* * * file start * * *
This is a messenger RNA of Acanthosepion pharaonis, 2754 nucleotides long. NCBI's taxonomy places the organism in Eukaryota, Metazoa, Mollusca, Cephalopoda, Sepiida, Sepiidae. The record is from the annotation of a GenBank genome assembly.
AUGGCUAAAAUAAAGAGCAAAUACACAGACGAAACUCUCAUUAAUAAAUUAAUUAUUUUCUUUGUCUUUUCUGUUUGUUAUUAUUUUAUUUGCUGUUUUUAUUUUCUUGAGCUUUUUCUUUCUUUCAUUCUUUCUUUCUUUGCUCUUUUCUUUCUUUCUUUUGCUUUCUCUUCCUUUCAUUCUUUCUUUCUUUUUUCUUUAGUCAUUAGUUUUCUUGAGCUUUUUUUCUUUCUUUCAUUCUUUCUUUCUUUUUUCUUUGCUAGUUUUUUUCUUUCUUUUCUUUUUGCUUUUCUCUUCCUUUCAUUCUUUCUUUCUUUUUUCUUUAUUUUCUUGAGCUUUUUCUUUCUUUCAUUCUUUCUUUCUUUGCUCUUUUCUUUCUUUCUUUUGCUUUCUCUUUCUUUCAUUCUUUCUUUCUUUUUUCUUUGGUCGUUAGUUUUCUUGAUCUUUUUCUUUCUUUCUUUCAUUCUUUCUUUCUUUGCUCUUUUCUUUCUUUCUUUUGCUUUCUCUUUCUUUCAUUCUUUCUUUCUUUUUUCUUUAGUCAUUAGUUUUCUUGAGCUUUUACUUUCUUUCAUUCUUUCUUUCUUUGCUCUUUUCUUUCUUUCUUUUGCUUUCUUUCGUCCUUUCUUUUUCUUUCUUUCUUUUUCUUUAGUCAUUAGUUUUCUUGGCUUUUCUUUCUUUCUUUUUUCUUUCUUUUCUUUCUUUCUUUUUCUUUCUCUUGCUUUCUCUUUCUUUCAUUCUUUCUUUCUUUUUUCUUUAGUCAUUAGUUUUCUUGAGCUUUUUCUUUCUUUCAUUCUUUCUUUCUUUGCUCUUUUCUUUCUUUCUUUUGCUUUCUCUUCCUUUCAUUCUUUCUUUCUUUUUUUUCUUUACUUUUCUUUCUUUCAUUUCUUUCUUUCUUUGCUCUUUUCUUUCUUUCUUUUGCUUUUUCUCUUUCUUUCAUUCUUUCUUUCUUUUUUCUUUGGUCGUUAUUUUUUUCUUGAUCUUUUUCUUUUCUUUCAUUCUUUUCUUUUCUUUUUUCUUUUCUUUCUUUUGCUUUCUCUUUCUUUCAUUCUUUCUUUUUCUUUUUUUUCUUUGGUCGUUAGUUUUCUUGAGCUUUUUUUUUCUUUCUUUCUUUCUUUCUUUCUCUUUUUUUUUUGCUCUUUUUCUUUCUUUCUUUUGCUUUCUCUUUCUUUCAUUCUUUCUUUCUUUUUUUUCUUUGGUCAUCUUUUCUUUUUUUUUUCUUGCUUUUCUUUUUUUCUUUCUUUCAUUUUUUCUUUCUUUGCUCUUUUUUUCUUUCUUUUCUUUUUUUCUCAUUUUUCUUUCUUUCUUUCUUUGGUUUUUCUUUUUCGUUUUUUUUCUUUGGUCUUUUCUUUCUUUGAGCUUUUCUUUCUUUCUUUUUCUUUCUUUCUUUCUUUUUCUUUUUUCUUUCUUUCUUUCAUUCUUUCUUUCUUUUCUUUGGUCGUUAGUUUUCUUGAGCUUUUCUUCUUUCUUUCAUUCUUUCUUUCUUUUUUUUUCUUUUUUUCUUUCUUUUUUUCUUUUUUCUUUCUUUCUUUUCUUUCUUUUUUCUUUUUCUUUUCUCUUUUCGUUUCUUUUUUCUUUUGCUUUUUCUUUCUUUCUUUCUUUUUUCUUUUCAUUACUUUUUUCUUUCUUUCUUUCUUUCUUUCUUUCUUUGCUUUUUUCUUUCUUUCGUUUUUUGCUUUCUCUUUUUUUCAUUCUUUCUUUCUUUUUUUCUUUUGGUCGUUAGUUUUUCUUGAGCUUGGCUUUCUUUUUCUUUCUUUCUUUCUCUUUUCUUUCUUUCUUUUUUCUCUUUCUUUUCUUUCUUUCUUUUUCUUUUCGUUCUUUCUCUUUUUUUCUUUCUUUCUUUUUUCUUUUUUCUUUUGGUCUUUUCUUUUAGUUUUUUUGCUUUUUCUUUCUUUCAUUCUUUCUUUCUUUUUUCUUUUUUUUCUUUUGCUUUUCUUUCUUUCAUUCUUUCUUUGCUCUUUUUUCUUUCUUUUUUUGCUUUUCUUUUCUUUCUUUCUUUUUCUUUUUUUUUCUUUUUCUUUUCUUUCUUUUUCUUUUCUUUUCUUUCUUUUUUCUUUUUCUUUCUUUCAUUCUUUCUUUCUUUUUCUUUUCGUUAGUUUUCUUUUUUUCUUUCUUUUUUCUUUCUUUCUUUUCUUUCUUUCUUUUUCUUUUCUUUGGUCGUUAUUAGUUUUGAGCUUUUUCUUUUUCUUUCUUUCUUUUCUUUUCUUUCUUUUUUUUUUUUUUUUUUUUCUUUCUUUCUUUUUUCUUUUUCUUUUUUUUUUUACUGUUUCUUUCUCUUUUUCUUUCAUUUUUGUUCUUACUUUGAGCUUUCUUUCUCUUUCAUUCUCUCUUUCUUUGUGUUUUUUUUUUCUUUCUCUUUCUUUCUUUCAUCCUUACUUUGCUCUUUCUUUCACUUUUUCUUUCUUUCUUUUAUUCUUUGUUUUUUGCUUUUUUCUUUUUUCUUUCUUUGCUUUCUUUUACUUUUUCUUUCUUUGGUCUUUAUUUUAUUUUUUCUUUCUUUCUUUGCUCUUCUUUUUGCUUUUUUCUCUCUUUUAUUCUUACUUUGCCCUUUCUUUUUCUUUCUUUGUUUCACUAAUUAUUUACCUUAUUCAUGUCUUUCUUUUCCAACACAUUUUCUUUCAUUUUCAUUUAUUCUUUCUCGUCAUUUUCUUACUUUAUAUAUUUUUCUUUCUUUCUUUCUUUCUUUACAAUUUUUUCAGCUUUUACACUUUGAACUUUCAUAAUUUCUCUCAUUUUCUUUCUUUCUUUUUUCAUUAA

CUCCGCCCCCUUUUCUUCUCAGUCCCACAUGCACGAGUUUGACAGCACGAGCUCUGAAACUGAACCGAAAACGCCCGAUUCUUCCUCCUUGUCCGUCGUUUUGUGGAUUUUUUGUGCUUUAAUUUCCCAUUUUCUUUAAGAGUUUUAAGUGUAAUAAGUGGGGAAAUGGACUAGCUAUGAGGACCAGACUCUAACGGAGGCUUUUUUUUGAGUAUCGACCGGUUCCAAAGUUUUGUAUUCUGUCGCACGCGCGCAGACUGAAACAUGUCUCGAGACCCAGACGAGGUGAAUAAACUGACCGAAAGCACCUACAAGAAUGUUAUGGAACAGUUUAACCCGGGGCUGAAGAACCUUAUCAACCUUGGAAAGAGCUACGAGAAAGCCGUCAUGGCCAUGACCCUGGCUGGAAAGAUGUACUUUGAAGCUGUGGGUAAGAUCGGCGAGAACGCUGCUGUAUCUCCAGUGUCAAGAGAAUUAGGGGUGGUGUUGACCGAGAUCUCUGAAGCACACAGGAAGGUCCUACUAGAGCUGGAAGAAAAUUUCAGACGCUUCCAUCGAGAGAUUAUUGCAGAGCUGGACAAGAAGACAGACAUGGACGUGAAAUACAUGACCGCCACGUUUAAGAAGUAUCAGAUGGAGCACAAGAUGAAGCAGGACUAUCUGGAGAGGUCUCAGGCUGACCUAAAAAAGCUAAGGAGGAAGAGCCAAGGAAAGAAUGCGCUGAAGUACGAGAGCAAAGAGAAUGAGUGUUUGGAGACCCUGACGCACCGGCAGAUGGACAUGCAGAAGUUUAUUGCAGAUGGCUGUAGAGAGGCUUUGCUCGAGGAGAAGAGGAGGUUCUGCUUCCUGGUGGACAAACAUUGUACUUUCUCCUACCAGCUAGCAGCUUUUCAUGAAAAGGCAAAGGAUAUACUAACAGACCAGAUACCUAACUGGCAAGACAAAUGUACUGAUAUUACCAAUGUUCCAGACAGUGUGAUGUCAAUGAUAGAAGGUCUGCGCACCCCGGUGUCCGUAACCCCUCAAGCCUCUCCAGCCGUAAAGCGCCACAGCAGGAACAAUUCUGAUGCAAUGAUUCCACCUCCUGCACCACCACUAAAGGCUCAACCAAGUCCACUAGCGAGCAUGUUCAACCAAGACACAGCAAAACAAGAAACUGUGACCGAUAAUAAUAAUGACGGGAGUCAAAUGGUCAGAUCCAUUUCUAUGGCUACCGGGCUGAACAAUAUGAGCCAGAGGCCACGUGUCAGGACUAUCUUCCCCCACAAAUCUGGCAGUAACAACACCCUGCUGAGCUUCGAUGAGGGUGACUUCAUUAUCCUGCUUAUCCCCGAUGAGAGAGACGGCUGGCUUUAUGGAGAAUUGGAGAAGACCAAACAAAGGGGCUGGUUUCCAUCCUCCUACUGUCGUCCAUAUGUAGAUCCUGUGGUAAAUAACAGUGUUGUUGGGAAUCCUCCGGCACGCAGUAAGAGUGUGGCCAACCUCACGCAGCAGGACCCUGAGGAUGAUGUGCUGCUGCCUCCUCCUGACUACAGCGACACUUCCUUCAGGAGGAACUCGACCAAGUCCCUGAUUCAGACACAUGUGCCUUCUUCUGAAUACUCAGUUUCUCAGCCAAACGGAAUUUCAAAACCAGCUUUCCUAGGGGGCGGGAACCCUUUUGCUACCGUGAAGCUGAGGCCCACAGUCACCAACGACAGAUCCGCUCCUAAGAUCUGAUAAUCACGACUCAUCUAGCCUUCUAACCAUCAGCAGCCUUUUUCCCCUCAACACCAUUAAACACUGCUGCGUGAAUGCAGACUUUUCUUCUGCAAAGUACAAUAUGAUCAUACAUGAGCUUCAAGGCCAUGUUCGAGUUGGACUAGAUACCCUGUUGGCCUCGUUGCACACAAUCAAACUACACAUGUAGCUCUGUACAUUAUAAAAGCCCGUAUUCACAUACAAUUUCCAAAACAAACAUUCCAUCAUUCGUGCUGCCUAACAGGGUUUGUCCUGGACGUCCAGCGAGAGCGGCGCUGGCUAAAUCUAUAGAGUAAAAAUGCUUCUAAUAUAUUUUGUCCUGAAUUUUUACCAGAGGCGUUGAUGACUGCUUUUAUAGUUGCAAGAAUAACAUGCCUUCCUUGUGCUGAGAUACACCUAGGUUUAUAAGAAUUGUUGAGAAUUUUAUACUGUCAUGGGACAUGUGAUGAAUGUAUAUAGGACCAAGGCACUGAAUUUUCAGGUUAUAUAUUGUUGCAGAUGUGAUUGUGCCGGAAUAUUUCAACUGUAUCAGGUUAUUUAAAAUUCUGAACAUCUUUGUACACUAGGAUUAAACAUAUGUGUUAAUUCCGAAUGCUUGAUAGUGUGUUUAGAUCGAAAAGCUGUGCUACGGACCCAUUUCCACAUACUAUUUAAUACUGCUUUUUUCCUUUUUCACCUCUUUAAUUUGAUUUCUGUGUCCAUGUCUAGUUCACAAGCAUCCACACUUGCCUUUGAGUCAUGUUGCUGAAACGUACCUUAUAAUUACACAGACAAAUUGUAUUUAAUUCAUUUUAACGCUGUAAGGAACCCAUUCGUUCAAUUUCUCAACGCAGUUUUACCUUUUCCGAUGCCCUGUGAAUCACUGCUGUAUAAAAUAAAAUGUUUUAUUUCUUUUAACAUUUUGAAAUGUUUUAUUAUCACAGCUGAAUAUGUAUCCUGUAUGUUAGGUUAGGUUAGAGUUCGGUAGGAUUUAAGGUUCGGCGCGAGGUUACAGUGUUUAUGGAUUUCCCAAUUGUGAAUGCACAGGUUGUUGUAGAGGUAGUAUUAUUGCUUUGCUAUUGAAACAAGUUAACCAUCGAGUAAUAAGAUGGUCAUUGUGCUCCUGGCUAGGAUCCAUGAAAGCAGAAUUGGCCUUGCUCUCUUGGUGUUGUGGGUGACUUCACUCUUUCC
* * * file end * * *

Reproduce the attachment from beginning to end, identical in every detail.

This is a messenger RNA of Acanthosepion pharaonis, 2754 nucleotides long. NCBI's taxonomy places the organism in Eukaryota, Metazoa, Mollusca, Cephalopoda, Sepiida, Sepiidae. The record is from the annotation of a GenBank genome assembly.
AUGGCUAAAAUAAAGAGCAAAUACACAGACGAAACUCUCAUUAAUAAAUUAAUUAUUUUCUUUGUCUUUUCUGUUUGUUAUUAUUUUAUUUGCUGUUUUUAUUUUCUUGAGCUUUUUCUUUCUUUCAUUCUUUCUUUCUUUGCUCUUUUCUUUCUUUCUUUUGCUUUCUCUUCCUUUCAUUCUUUCUUUCUUUUUUCUUUAGUCAUUAGUUUUCUUGAGCUUUUUUUCUUUCUUUCAUUCUUUCUUUCUUUUUUCUUUGCUAGUUUUUUUCUUUCUUUUCUUUUUGCUUUUCUCUUCCUUUCAUUCUUUCUUUCUUUUUUCUUUAUUUUCUUGAGCUUUUUCUUUCUUUCAUUCUUUCUUUCUUUGCUCUUUUCUUUCUUUCUUUUGCUUUCUCUUUCUUUCAUUCUUUCUUUCUUUUUUCUUUGGUCGUUAGUUUUCUUGAUCUUUUUCUUUCUUUCUUUCAUUCUUUCUUUCUUUGCUCUUUUCUUUCUUUCUUUUGCUUUCUCUUUCUUUCAUUCUUUCUUUCUUUUUUCUUUAGUCAUUAGUUUUCUUGAGCUUUUACUUUCUUUCAUUCUUUCUUUCUUUGCUCUUUUCUUUCUUUCUUUUGCUUUCUUUCGUCCUUUCUUUUUCUUUCUUUCUUUUUCUUUAGUCAUUAGUUUUCUUGGCUUUUCUUUCUUUCUUUUUUCUUUCUUUUCUUUCUUUCUUUUUCUUUCUCUUGCUUUCUCUUUCUUUCAUUCUUUCUUUCUUUUUUCUUUAGUCAUUAGUUUUCUUGAGCUUUUUCUUUCUUUCAUUCUUUCUUUCUUUGCUCUUUUCUUUCUUUCUUUUGCUUUCUCUUCCUUUCAUUCUUUCUUUCUUUUUUUUCUUUACUUUUCUUUCUUUCAUUUCUUUCUUUCUUUGCUCUUUUCUUUCUUUCUUUUGCUUUUUCUCUUUCUUUCAUUCUUUCUUUCUUUUUUCUUUGGUCGUUAUUUUUUUCUUGAUCUUUUUCUUUUCUUUCAUUCUUUUCUUUUCUUUUUUCUUUUCUUUCUUUUGCUUUCUCUUUCUUUCAUUCUUUCUUUUUCUUUUUUUUCUUUGGUCGUUAGUUUUCUUGAGCUUUUUUUUUCUUUCUUUCUUUCUUUCUUUCUCUUUUUUUUUUGCUCUUUUUCUUUCUUUCUUUUGCUUUCUCUUUCUUUCAUUCUUUCUUUCUUUUUUUUCUUUGGUCAUCUUUUCUUUUUUUUUUCUUGCUUUUCUUUUUUUCUUUCUUUCAUUUUUUCUUUCUUUGCUCUUUUUUUCUUUCUUUUCUUUUUUUCUCAUUUUUCUUUCUUUCUUUCUUUGGUUUUUCUUUUUCGUUUUUUUUCUUUGGUCUUUUCUUUCUUUGAGCUUUUCUUUCUUUCUUUUUCUUUCUUUCUUUCUUUUUCUUUUUUCUUUCUUUCUUUCAUUCUUUCUUUCUUUUCUUUGGUCGUUAGUUUUCUUGAGCUUUUCUUCUUUCUUUCAUUCUUUCUUUCUUUUUUUUUCUUUUUUUCUUUCUUUUUUUCUUUUUUCUUUCUUUCUUUUCUUUCUUUUUUCUUUUUCUUUUCUCUUUUCGUUUCUUUUUUCUUUUGCUUUUUCUUUCUUUCUUUCUUUUUUCUUUUCAUUACUUUUUUCUUUCUUUCUUUCUUUCUUUCUUUCUUUGCUUUUUUCUUUCUUUCGUUUUUUGCUUUCUCUUUUUUUCAUUCUUUCUUUCUUUUUUUCUUUUGGUCGUUAGUUUUUCUUGAGCUUGGCUUUCUUUUUCUUUCUUUCUUUCUCUUUUCUUUCUUUCUUUUUUCUCUUUCUUUUCUUUCUUUCUUUUUCUUUUCGUUCUUUCUCUUUUUUUCUUUCUUUCUUUUUUCUUUUUUCUUUUGGUCUUUUCUUUUAGUUUUUUUGCUUUUUCUUUCUUUCAUUCUUUCUUUCUUUUUUCUUUUUUUUCUUUUGCUUUUCUUUCUUUCAUUCUUUCUUUGCUCUUUUUUCUUUCUUUUUUUGCUUUUCUUUUCUUUCUUUCUUUUUCUUUUUUUUUCUUUUUCUUUUCUUUCUUUUUCUUUUCUUUUCUUUCUUUUUUCUUUUUCUUUCUUUCAUUCUUUCUUUCUUUUUCUUUUCGUUAGUUUUCUUUUUUUCUUUCUUUUUUCUUUCUUUCUUUUCUUUCUUUCUUUUUCUUUUCUUUGGUCGUUAUUAGUUUUGAGCUUUUUCUUUUUCUUUCUUUCUUUUCUUUUCUUUCUUUUUUUUUUUUUUUUUUUUCUUUCUUUCUUUUUUCUUUUUCUUUUUUUUUUUACUGUUUCUUUCUCUUUUUCUUUCAUUUUUGUUCUUACUUUGAGCUUUCUUUCUCUUUCAUUCUCUCUUUCUUUGUGUUUUUUUUUUCUUUCUCUUUCUUUCUUUCAUCCUUACUUUGCUCUUUCUUUCACUUUUUCUUUCUUUCUUUUAUUCUUUGUUUUUUGCUUUUUUCUUUUUUCUUUCUUUGCUUUCUUUUACUUUUUCUUUCUUUGGUCUUUAUUUUAUUUUUUCUUUCUUUCUUUGCUCUUCUUUUUGCUUUUUUCUCUCUUUUAUUCUUACUUUGCCCUUUCUUUUUCUUUCUUUGUUUCACUAAUUAUUUACCUUAUUCAUGUCUUUCUUUUCCAACACAUUUUCUUUCAUUUUCAUUUAUUCUUUCUCGUCAUUUUCUUACUUUAUAUAUUUUUCUUUCUUUCUUUCUUUCUUUACAAUUUUUUCAGCUUUUACACUUUGAACUUUCAUAAUUUCUCUCAUUUUCUUUCUUUCUUUUUUCAUUAA

CUCCGCCCCCUUUUCUUCUCAGUCCCACAUGCACGAGUUUGACAGCACGAGCUCUGAAACUGAACCGAAAACGCCCGAUUCUUCCUCCUUGUCCGUCGUUUUGUGGAUUUUUUGUGCUUUAAUUUCCCAUUUUCUUUAAGAGUUUUAAGUGUAAUAAGUGGGGAAAUGGACUAGCUAUGAGGACCAGACUCUAACGGAGGCUUUUUUUUGAGUAUCGACCGGUUCCAAAGUUUUGUAUUCUGUCGCACGCGCGCAGACUGAAACAUGUCUCGAGACCCAGACGAGGUGAAUAAACUGACCGAAAGCACCUACAAGAAUGUUAUGGAACAGUUUAACCCGGGGCUGAAGAACCUUAUCAACCUUGGAAAGAGCUACGAGAAAGCCGUCAUGGCCAUGACCCUGGCUGGAAAGAUGUACUUUGAAGCUGUGGGUAAGAUCGGCGAGAACGCUGCUGUAUCUCCAGUGUCAAGAGAAUUAGGGGUGGUGUUGACCGAGAUCUCUGAAGCACACAGGAAGGUCCUACUAGAGCUGGAAGAAAAUUUCAGACGCUUCCAUCGAGAGAUUAUUGCAGAGCUGGACAAGAAGACAGACAUGGACGUGAAAUACAUGACCGCCACGUUUAAGAAGUAUCAGAUGGAGCACAAGAUGAAGCAGGACUAUCUGGAGAGGUCUCAGGCUGACCUAAAAAAGCUAAGGAGGAAGAGCCAAGGAAAGAAUGCGCUGAAGUACGAGAGCAAAGAGAAUGAGUGUUUGGAGACCCUGACGCACCGGCAGAUGGACAUGCAGAAGUUUAUUGCAGAUGGCUGUAGAGAGGCUUUGCUCGAGGAGAAGAGGAGGUUCUGCUUCCUGGUGGACAAACAUUGUACUUUCUCCUACCAGCUAGCAGCUUUUCAUGAAAAGGCAAAGGAUAUACUAACAGACCAGAUACCUAACUGGCAAGACAAAUGUACUGAUAUUACCAAUGUUCCAGACAGUGUGAUGUCAAUGAUAGAAGGUCUGCGCACCCCGGUGUCCGUAACCCCUCAAGCCUCUCCAGCCGUAAAGCGCCACAGCAGGAACAAUUCUGAUGCAAUGAUUCCACCUCCUGCACCACCACUAAAGGCUCAACCAAGUCCACUAGCGAGCAUGUUCAACCAAGACACAGCAAAACAAGAAACUGUGACCGAUAAUAAUAAUGACGGGAGUCAAAUGGUCAGAUCCAUUUCUAUGGCUACCGGGCUGAACAAUAUGAGCCAGAGGCCACGUGUCAGGACUAUCUUCCCCCACAAAUCUGGCAGUAACAACACCCUGCUGAGCUUCGAUGAGGGUGACUUCAUUAUCCUGCUUAUCCCCGAUGAGAGAGACGGCUGGCUUUAUGGAGAAUUGGAGAAGACCAAACAAAGGGGCUGGUUUCCAUCCUCCUACUGUCGUCCAUAUGUAGAUCCUGUGGUAAAUAACAGUGUUGUUGGGAAUCCUCCGGCACGCAGUAAGAGUGUGGCCAACCUCACGCAGCAGGACCCUGAGGAUGAUGUGCUGCUGCCUCCUCCUGACUACAGCGACACUUCCUUCAGGAGGAACUCGACCAAGUCCCUGAUUCAGACACAUGUGCCUUCUUCUGAAUACUCAGUUUCUCAGCCAAACGGAAUUUCAAAACCAGCUUUCCUAGGGGGCGGGAACCCUUUUGCUACCGUGAAGCUGAGGCCCACAGUCACCAACGACAGAUCCGCUCCUAAGAUCUGAUAAUCACGACUCAUCUAGCCUUCUAACCAUCAGCAGCCUUUUUCCCCUCAACACCAUUAAACACUGCUGCGUGAAUGCAGACUUUUCUUCUGCAAAGUACAAUAUGAUCAUACAUGAGCUUCAAGGCCAUGUUCGAGUUGGACUAGAUACCCUGUUGGCCUCGUUGCACACAAUCAAACUACACAUGUAGCUCUGUACAUUAUAAAAGCCCGUAUUCACAUACAAUUUCCAAAACAAACAUUCCAUCAUUCGUGCUGCCUAACAGGGUUUGUCCUGGACGUCCAGCGAGAGCGGCGCUGGCUAAAUCUAUAGAGUAAAAAUGCUUCUAAUAUAUUUUGUCCUGAAUUUUUACCAGAGGCGUUGAUGACUGCUUUUAUAGUUGCAAGAAUAACAUGCCUUCCUUGUGCUGAGAUACACCUAGGUUUAUAAGAAUUGUUGAGAAUUUUAUACUGUCAUGGGACAUGUGAUGAAUGUAUAUAGGACCAAGGCACUGAAUUUUCAGGUUAUAUAUUGUUGCAGAUGUGAUUGUGCCGGAAUAUUUCAACUGUAUCAGGUUAUUUAAAAUUCUGAACAUCUUUGUACACUAGGAUUAAACAUAUGUGUUAAUUCCGAAUGCUUGAUAGUGUGUUUAGAUCGAAAAGCUGUGCUACGGACCCAUUUCCACAUACUAUUUAAUACUGCUUUUUUCCUUUUUCACCUCUUUAAUUUGAUUUCUGUGUCCAUGUCUAGUUCACAAGCAUCCACACUUGCCUUUGAGUCAUGUUGCUGAAACGUACCUUAUAAUUACACAGACAAAUUGUAUUUAAUUCAUUUUAACGCUGUAAGGAACCCAUUCGUUCAAUUUCUCAACGCAGUUUUACCUUUUCCGAUGCCCUGUGAAUCACUGCUGUAUAAAAUAAAAUGUUUUAUUUCUUUUAACAUUUUGAAAUGUUUUAUUAUCACAGCUGAAUAUGUAUCCUGUAUGUUAGGUUAGGUUAGAGUUCGGUAGGAUUUAAGGUUCGGCGCGAGGUUACAGUGUUUAUGGAUUUCCCAAUUGUGAAUGCACAGGUUGUUGUAGAGGUAGUAUUAUUGCUUUGCUAUUGAAACAAGUUAACCAUCGAGUAAUAAGAUGGUCAUUGUGCUCCUGGCUAGGAUCCAUGAAAGCAGAAUUGGCCUUGCUCUCUUGGUGUUGUGGGUGACUUCACUCUUUCC